Donnerstag, 22. Mai 2014

Voxel Engine Update - 18 Level Octree & Copy Paste in Action

Copy and Paste works well now. Areas of voxels can be grouped to new entities for placing them in the scene. The size of the entire voxel data of the screenshot below on disk is just 1.3MB, which is quite OK. Thanks to my new graphics card, voxel raycasting and terrain rendering also runs smoothly at 60+ fps at full HD resolution now. Also worth a note: The raycasting method is updated to allow octrees greater than 16 levels - the scene below is created in an 18 level octree. Now, problems with precision begin to arise, which need to be solved.

Dienstag, 13. Mai 2014

Quadric Mesh Simplification with Source Code

In the past days I have written a quadric based mesh simplification program. After searching the internet I couldnt find any code that was free to use, not unnecessarily bloated, fast and memory efficient, even the quadric based method is soon 20 years old. I therefore decided to write one myself.

Features / Summary:
  • Threshold based, therefore faster than sorting based methods
  • Since the Quadric Matrices are symmetric, only 10 elements are stored & computed per Matrix instead of 16
  • Non-closed meshes are supported by extra treating mesh borders
  • Simplifies 2.000.000 triangles to 20.000 triangles in 3 seconds on a Core i7
  • MIT License
  • MS Visual Studio 2012 , C++
Update Sept.20th 2014 : improved quality of reduced borders

The result is short and easy to use in case you need to adopt it to your project. You can fetch the C++ Project with source here: (about 300 lines for the main part, contained in Simplify.h )

Download Source and Data

The code is about 4x-7x faster than Meshlab, which is already fast. Using multi-core programming, it could even be faster.

Here a comparison along Meshlab, QSlim and this method:

Program output (left) and Meshlab (right). Note that Meshlab produces floating teeth and looses details around the eyes, nose and the mouth region. Reduction was 85k -> 3k Triangles.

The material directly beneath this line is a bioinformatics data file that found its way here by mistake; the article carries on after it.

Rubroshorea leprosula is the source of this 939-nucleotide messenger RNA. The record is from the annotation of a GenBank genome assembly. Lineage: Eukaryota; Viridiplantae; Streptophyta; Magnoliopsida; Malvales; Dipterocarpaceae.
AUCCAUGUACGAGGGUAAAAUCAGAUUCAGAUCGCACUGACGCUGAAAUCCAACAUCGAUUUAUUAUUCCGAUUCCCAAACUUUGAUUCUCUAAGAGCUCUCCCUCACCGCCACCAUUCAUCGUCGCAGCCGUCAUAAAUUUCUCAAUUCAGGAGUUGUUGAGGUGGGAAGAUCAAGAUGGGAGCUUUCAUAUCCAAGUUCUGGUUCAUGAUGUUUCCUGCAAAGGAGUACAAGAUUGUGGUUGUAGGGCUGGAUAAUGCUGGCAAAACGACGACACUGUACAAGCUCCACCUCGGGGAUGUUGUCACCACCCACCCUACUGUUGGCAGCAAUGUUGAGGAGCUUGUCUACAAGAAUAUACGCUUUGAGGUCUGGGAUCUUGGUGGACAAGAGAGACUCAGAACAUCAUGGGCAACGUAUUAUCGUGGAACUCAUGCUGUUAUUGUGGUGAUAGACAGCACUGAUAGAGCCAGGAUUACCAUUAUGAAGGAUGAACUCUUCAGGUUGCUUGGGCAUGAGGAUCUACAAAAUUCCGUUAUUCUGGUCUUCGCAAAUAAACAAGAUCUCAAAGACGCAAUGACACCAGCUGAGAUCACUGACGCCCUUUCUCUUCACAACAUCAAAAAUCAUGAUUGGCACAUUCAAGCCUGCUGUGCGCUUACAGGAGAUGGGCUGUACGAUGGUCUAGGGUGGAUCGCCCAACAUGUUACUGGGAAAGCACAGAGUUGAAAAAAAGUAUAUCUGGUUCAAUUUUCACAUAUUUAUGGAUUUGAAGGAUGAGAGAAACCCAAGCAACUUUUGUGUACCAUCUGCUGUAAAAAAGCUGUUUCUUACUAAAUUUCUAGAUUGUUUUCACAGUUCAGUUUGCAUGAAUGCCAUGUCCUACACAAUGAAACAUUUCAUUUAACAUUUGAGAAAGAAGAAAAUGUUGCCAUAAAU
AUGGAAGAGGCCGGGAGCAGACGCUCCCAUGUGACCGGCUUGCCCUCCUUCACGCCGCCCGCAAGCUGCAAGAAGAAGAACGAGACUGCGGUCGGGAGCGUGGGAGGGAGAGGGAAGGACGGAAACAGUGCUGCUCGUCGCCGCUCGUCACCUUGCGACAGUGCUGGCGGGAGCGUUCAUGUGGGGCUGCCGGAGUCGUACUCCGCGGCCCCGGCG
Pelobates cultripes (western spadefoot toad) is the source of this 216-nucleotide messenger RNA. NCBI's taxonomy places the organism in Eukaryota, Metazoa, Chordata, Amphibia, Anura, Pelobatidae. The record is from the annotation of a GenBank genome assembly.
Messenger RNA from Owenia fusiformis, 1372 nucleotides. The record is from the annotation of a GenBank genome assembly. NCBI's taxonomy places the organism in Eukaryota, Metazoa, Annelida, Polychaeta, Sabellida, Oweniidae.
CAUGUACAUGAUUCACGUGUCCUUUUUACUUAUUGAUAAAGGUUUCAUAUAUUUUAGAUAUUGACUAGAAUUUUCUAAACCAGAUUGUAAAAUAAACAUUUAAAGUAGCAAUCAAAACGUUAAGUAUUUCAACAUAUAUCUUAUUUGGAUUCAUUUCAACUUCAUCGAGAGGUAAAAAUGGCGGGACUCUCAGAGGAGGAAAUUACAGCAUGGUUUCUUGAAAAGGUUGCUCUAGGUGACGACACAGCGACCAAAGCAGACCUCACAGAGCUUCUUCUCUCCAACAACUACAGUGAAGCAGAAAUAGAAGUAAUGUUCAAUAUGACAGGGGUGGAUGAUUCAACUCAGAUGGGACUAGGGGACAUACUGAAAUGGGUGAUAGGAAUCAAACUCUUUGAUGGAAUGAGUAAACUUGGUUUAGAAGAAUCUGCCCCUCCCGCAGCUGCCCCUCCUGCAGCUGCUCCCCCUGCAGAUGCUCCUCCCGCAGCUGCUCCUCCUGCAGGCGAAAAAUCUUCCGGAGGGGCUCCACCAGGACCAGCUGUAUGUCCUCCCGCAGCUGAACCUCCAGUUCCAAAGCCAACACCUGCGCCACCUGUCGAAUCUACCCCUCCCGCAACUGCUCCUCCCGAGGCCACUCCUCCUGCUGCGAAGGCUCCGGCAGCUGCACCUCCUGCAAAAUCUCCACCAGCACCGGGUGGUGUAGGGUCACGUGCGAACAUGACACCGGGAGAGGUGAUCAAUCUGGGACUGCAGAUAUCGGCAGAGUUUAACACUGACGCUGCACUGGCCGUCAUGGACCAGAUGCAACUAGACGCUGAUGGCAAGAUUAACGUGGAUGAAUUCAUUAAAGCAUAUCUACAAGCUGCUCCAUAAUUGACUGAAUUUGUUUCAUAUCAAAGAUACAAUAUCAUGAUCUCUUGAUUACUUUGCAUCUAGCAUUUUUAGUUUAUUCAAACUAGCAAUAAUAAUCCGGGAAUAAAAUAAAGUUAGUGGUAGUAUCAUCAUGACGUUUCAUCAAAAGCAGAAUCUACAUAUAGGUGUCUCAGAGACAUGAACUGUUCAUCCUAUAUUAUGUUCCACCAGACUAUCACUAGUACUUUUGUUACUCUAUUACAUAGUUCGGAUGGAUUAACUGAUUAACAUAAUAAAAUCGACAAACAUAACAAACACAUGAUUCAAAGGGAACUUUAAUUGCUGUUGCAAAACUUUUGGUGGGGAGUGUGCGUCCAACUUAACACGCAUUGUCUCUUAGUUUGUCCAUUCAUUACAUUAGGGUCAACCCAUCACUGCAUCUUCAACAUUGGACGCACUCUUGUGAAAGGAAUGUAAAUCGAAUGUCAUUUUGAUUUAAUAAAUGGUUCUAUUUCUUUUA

Original (left) this code (middle) and meshlab (right)

Here another comparison: Program output (left) and Meshlab (right).

Samstag, 3. Mai 2014

Raycaster Speed-Up up to 400% by Image Warping (ReProjection)

Introduction: Since real-time raytracing is getting faster like with the Brigade Raytracer e.g., I believe this technology can be an important contribution to this area, as it might bring raytracing one step closer to being usable for video games.

Algorithm: A technology I am working on since a while now is to exploit temporal coherence between two consecutive rendered images to speed up ray-casting. The idea is to store the x- y- and z-coordinate for each pixel in the scene in a coordinate-buffer and re-project it into the following screen using the differential view matrix. The resulting image will look as Fig.1.

The method then gathers empty 2x2 pixel blocks on the screen and stores them into an indexbuffer for raycasting the holes. Raycasting single pixels too inefficient. Small holes remaining after the hole-filling pass are closed by a simple image filter. To improve the overall quality, the method updates the screen in tiles (8x4) by raycasting an entire tile and overwriting the cache. Doing so, the entire cache is refreshed after 32 frames. Further, a triple buffer system is used. That means two image caches which are copied to alternately and one buffer that is written to. This is done since it often happens that a pixel is overwritten in one frame, but becomes visible already in the next frame. Therefore, before the hole filling starts, the two cache buffers are projected to the main image buffer.

Limitations: The method also comes with limitations of course. So the speed up depends on the motion in the scene obviously, and the method is only suitable for primary rays and pixel properties that remain constant over multiple frames, such as static ambient lighting. Further, during fast motions, the silhouettes of geometry close to the camera tends to loose precision and geometry in the background will not move as smooth as if the scene is fully raytraced each time. There, future work might include creating suitable image filters to avoid these effects.

Results: Most of the pixels can be re-used using this technology. As only a fraction of the original needs to be raycasted, the speed up is significant and up to 5x the original speed, depending on the scene (see Fig.2 - Fig.4). Resolution for that test was 1024x768, the GPU was an NVIDIA GeForce GTX765M.

Here also two videos showing this technology in action: Video1 Video2 
(I uploaded them a while ago)

Finally a few papers for further reading:
Exploiting Temporal Coherence in Ray Casted Walkthroughs
Iterative Image Warping
A Shared-Scene-Graph Image-Warping Architecture for VR: Low Latency versus Image Quality
Three-Dimensional Image Warping on Programmable Graphics Hardware
Accelerating Real-Time Shading with Reverse Reprojection Caching

Fig.1 Result after basic re-projection

Fig.2 Original Version

Fig.3 With Re-Projection Enabled + In Motion

Fig.4 With Re-Projection Enabled + Standing